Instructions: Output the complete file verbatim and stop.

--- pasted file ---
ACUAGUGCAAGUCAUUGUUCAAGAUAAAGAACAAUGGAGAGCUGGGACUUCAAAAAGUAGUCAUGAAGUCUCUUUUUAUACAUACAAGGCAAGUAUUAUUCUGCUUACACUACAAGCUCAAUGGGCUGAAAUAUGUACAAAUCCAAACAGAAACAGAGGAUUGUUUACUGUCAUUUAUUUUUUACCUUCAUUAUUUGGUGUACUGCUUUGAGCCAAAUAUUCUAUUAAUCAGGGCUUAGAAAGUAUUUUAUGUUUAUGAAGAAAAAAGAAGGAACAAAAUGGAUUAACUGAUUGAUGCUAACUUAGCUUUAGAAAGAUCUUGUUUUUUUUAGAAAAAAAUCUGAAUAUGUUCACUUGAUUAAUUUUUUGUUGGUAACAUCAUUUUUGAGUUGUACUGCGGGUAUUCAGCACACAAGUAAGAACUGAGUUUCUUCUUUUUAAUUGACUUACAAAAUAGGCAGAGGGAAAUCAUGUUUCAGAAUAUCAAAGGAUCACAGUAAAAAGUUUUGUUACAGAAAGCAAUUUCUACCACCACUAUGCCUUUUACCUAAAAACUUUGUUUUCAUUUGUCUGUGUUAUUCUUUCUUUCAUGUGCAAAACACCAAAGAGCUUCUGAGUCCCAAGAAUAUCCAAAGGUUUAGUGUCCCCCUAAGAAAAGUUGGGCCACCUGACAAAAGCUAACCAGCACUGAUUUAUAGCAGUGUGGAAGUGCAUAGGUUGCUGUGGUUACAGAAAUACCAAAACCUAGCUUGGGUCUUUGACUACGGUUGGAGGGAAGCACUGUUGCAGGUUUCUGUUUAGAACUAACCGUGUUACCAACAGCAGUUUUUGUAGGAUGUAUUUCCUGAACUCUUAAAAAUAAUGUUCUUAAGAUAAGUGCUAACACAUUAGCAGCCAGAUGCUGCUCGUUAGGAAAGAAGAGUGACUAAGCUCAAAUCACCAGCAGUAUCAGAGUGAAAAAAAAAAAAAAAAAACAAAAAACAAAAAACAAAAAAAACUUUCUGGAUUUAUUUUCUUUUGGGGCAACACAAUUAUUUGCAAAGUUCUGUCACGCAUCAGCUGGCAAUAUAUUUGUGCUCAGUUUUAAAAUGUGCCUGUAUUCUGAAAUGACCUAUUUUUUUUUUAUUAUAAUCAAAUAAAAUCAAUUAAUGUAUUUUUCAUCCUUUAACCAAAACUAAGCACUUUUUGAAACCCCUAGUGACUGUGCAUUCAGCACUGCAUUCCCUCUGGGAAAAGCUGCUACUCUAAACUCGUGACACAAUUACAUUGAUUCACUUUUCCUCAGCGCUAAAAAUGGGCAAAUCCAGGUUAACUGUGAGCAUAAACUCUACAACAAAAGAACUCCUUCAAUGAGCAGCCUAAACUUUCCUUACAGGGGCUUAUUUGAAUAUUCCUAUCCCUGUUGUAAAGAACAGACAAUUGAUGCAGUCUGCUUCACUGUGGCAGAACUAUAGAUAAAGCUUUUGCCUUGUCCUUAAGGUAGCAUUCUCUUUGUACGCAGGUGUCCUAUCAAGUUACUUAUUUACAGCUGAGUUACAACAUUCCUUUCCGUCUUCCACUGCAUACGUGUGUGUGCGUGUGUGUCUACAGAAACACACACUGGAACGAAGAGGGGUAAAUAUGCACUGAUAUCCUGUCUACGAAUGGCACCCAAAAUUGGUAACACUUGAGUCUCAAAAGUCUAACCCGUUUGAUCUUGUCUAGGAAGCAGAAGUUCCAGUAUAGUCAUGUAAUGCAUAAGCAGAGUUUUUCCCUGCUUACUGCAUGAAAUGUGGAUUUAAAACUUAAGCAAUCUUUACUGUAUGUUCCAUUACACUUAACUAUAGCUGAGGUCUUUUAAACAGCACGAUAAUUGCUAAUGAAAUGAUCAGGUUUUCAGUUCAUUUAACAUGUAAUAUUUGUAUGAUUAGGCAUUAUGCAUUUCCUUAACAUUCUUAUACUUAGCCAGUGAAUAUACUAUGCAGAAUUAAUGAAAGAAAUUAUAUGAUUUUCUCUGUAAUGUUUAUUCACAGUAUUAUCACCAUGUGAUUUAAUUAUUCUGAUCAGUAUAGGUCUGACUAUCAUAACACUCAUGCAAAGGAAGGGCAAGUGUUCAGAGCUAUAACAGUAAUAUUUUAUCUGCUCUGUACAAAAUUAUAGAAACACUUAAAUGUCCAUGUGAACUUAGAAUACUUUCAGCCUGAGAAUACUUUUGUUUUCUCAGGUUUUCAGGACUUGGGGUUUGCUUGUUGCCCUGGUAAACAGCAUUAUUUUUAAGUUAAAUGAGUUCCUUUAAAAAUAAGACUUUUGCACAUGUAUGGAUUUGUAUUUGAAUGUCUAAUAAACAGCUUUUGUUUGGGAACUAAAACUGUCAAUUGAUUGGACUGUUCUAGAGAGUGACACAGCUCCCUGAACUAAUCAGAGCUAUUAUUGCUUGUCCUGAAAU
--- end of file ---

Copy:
ACUAGUGCAAGUCAUUGUUCAAGAUAAAGAACAAUGGAGAGCUGGGACUUCAAAAAGUAGUCAUGAAGUCUCUUUUUAUACAUACAAGGCAAGUAUUAUUCUGCUUACACUACAAGCUCAAUGGGCUGAAAUAUGUACAAAUCCAAACAGAAACAGAGGAUUGUUUACUGUCAUUUAUUUUUUACCUUCAUUAUUUGGUGUACUGCUUUGAGCCAAAUAUUCUAUUAAUCAGGGCUUAGAAAGUAUUUUAUGUUUAUGAAGAAAAAAGAAGGAACAAAAUGGAUUAACUGAUUGAUGCUAACUUAGCUUUAGAAAGAUCUUGUUUUUUUUAGAAAAAAAUCUGAAUAUGUUCACUUGAUUAAUUUUUUGUUGGUAACAUCAUUUUUGAGUUGUACUGCGGGUAUUCAGCACACAAGUAAGAACUGAGUUUCUUCUUUUUAAUUGACUUACAAAAUAGGCAGAGGGAAAUCAUGUUUCAGAAUAUCAAAGGAUCACAGUAAAAAGUUUUGUUACAGAAAGCAAUUUCUACCACCACUAUGCCUUUUACCUAAAAACUUUGUUUUCAUUUGUCUGUGUUAUUCUUUCUUUCAUGUGCAAAACACCAAAGAGCUUCUGAGUCCCAAGAAUAUCCAAAGGUUUAGUGUCCCCCUAAGAAAAGUUGGGCCACCUGACAAAAGCUAACCAGCACUGAUUUAUAGCAGUGUGGAAGUGCAUAGGUUGCUGUGGUUACAGAAAUACCAAAACCUAGCUUGGGUCUUUGACUACGGUUGGAGGGAAGCACUGUUGCAGGUUUCUGUUUAGAACUAACCGUGUUACCAACAGCAGUUUUUGUAGGAUGUAUUUCCUGAACUCUUAAAAAUAAUGUUCUUAAGAUAAGUGCUAACACAUUAGCAGCCAGAUGCUGCUCGUUAGGAAAGAAGAGUGACUAAGCUCAAAUCACCAGCAGUAUCAGAGUGAAAAAAAAAAAAAAAAAACAAAAAACAAAAAACAAAAAAAACUUUCUGGAUUUAUUUUCUUUUGGGGCAACACAAUUAUUUGCAAAGUUCUGUCACGCAUCAGCUGGCAAUAUAUUUGUGCUCAGUUUUAAAAUGUGCCUGUAUUCUGAAAUGACCUAUUUUUUUUUUAUUAUAAUCAAAUAAAAUCAAUUAAUGUAUUUUUCAUCCUUUAACCAAAACUAAGCACUUUUUGAAACCCCUAGUGACUGUGCAUUCAGCACUGCAUUCCCUCUGGGAAAAGCUGCUACUCUAAACUCGUGACACAAUUACAUUGAUUCACUUUUCCUCAGCGCUAAAAAUGGGCAAAUCCAGGUUAACUGUGAGCAUAAACUCUACAACAAAAGAACUCCUUCAAUGAGCAGCCUAAACUUUCCUUACAGGGGCUUAUUUGAAUAUUCCUAUCCCUGUUGUAAAGAACAGACAAUUGAUGCAGUCUGCUUCACUGUGGCAGAACUAUAGAUAAAGCUUUUGCCUUGUCCUUAAGGUAGCAUUCUCUUUGUACGCAGGUGUCCUAUCAAGUUACUUAUUUACAGCUGAGUUACAACAUUCCUUUCCGUCUUCCACUGCAUACGUGUGUGUGCGUGUGUGUCUACAGAAACACACACUGGAACGAAGAGGGGUAAAUAUGCACUGAUAUCCUGUCUACGAAUGGCACCCAAAAUUGGUAACACUUGAGUCUCAAAAGUCUAACCCGUUUGAUCUUGUCUAGGAAGCAGAAGUUCCAGUAUAGUCAUGUAAUGCAUAAGCAGAGUUUUUCCCUGCUUACUGCAUGAAAUGUGGAUUUAAAACUUAAGCAAUCUUUACUGUAUGUUCCAUUACACUUAACUAUAGCUGAGGUCUUUUAAACAGCACGAUAAUUGCUAAUGAAAUGAUCAGGUUUUCAGUUCAUUUAACAUGUAAUAUUUGUAUGAUUAGGCAUUAUGCAUUUCCUUAACAUUCUUAUACUUAGCCAGUGAAUAUACUAUGCAGAAUUAAUGAAAGAAAUUAUAUGAUUUUCUCUGUAAUGUUUAUUCACAGUAUUAUCACCAUGUGAUUUAAUUAUUCUGAUCAGUAUAGGUCUGACUAUCAUAACACUCAUGCAAAGGAAGGGCAAGUGUUCAGAGCUAUAACAGUAAUAUUUUAUCUGCUCUGUACAAAAUUAUAGAAACACUUAAAUGUCCAUGUGAACUUAGAAUACUUUCAGCCUGAGAAUACUUUUGUUUUCUCAGGUUUUCAGGACUUGGGGUUUGCUUGUUGCCCUGGUAAACAGCAUUAUUUUUAAGUUAAAUGAGUUCCUUUAAAAAUAAGACUUUUGCACAUGUAUGGAUUUGUAUUUGAAUGUCUAAUAAACAGCUUUUGUUUGGGAACUAAAACUGUCAAUUGAUUGGACUGUUCUAGAGAGUGACACAGCUCCCUGAACUAAUCAGAGCUAUUAUUGCUUGUCCUGAAAU